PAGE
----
Individual choices are currently overridden by structural failures in industry. Extinction Rebellion have a specific request: the government needs to commit to net zero emissions by 2025. If it sounds difficult for us, imagine how hard it must be for the rest of the world; as the first industrialised nation, we must act.
The government needs to commit to net zero emissions by 2025
We already have the technology to deal with this: it’s a question of taking obvious steps, such as introducing levies on carbon emissions, rather than leaving an emissions debt that later generations will pay. If there was any easier way, they’d take it. This disruption is necessary. We have no choice.
The changes that need to be implemented will not be popular, and to a weak government, could be ruinous. We are asking people to pay £50 to clean up their sick before the next passenger gets in – before the whole taxi company goes broke. Telling people the full cost of removing the carbon dioxide that was released in order to make their Primark jeans will not be easy. But as the sea levels rise, it will be the poorest who suffer the soonest.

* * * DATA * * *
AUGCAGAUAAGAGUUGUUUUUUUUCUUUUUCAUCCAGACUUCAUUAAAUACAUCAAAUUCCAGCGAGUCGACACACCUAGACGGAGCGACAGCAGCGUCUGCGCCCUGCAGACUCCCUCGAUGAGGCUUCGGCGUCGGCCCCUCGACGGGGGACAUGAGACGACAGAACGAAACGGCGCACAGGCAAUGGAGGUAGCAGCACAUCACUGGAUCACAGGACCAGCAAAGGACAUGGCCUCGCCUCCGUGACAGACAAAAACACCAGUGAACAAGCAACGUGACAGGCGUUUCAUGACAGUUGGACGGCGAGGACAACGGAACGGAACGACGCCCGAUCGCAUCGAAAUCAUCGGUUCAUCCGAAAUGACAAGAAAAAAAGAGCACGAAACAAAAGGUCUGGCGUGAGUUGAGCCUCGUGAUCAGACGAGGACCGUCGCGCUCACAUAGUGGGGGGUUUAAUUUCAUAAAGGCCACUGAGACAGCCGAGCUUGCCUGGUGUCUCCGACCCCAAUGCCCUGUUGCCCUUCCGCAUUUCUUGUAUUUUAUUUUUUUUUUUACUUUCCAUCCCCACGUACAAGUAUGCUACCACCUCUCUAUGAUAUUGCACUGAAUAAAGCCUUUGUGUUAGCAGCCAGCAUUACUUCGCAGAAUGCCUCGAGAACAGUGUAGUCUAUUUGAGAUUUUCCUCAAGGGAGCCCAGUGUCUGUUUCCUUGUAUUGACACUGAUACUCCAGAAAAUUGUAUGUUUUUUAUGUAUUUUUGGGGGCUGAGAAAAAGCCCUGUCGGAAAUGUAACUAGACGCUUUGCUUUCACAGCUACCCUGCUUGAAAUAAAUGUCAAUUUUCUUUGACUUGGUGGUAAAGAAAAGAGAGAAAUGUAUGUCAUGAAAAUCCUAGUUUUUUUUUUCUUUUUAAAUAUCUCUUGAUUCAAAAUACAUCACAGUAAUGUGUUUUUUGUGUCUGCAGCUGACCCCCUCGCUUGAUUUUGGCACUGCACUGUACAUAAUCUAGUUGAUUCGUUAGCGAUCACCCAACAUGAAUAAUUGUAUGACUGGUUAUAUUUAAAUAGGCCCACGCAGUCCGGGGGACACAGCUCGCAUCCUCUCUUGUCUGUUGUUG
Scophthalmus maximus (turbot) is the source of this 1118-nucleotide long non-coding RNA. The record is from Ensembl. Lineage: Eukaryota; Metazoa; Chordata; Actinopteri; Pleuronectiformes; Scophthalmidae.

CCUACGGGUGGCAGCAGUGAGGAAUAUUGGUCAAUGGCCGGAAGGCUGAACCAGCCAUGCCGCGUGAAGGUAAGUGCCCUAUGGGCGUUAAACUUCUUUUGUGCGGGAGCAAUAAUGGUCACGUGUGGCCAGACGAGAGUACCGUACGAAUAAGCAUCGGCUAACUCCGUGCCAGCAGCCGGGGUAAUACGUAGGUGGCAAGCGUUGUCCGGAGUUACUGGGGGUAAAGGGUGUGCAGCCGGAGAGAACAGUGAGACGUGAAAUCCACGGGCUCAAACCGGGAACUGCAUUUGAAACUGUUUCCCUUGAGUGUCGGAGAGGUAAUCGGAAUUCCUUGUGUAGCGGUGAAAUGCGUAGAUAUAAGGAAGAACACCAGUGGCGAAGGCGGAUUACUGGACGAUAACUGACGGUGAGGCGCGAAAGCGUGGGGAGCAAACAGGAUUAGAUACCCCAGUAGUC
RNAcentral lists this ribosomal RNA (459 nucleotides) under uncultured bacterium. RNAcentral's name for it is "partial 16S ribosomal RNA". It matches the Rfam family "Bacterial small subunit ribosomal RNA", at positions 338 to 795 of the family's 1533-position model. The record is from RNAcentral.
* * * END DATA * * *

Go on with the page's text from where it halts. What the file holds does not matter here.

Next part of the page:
XR’s International Rebellion is a carefully calculated strategy to force radical change now rather than face far worse consequences later. Businesses are reportedly losing millions of pounds due to the protests – but for years corporate business has been deriving easy profit from fossil fuels.
Emergency service vehicles are being allowed through any of their temporary road blocks. I’m not there, and if you’re not there either, I’d ask you to be grateful. Because despite our absence, our future is being fought for. I’ll end on a positive note from Kumi Naidoo of Amnesty International:
AGAINST: Josh Hurn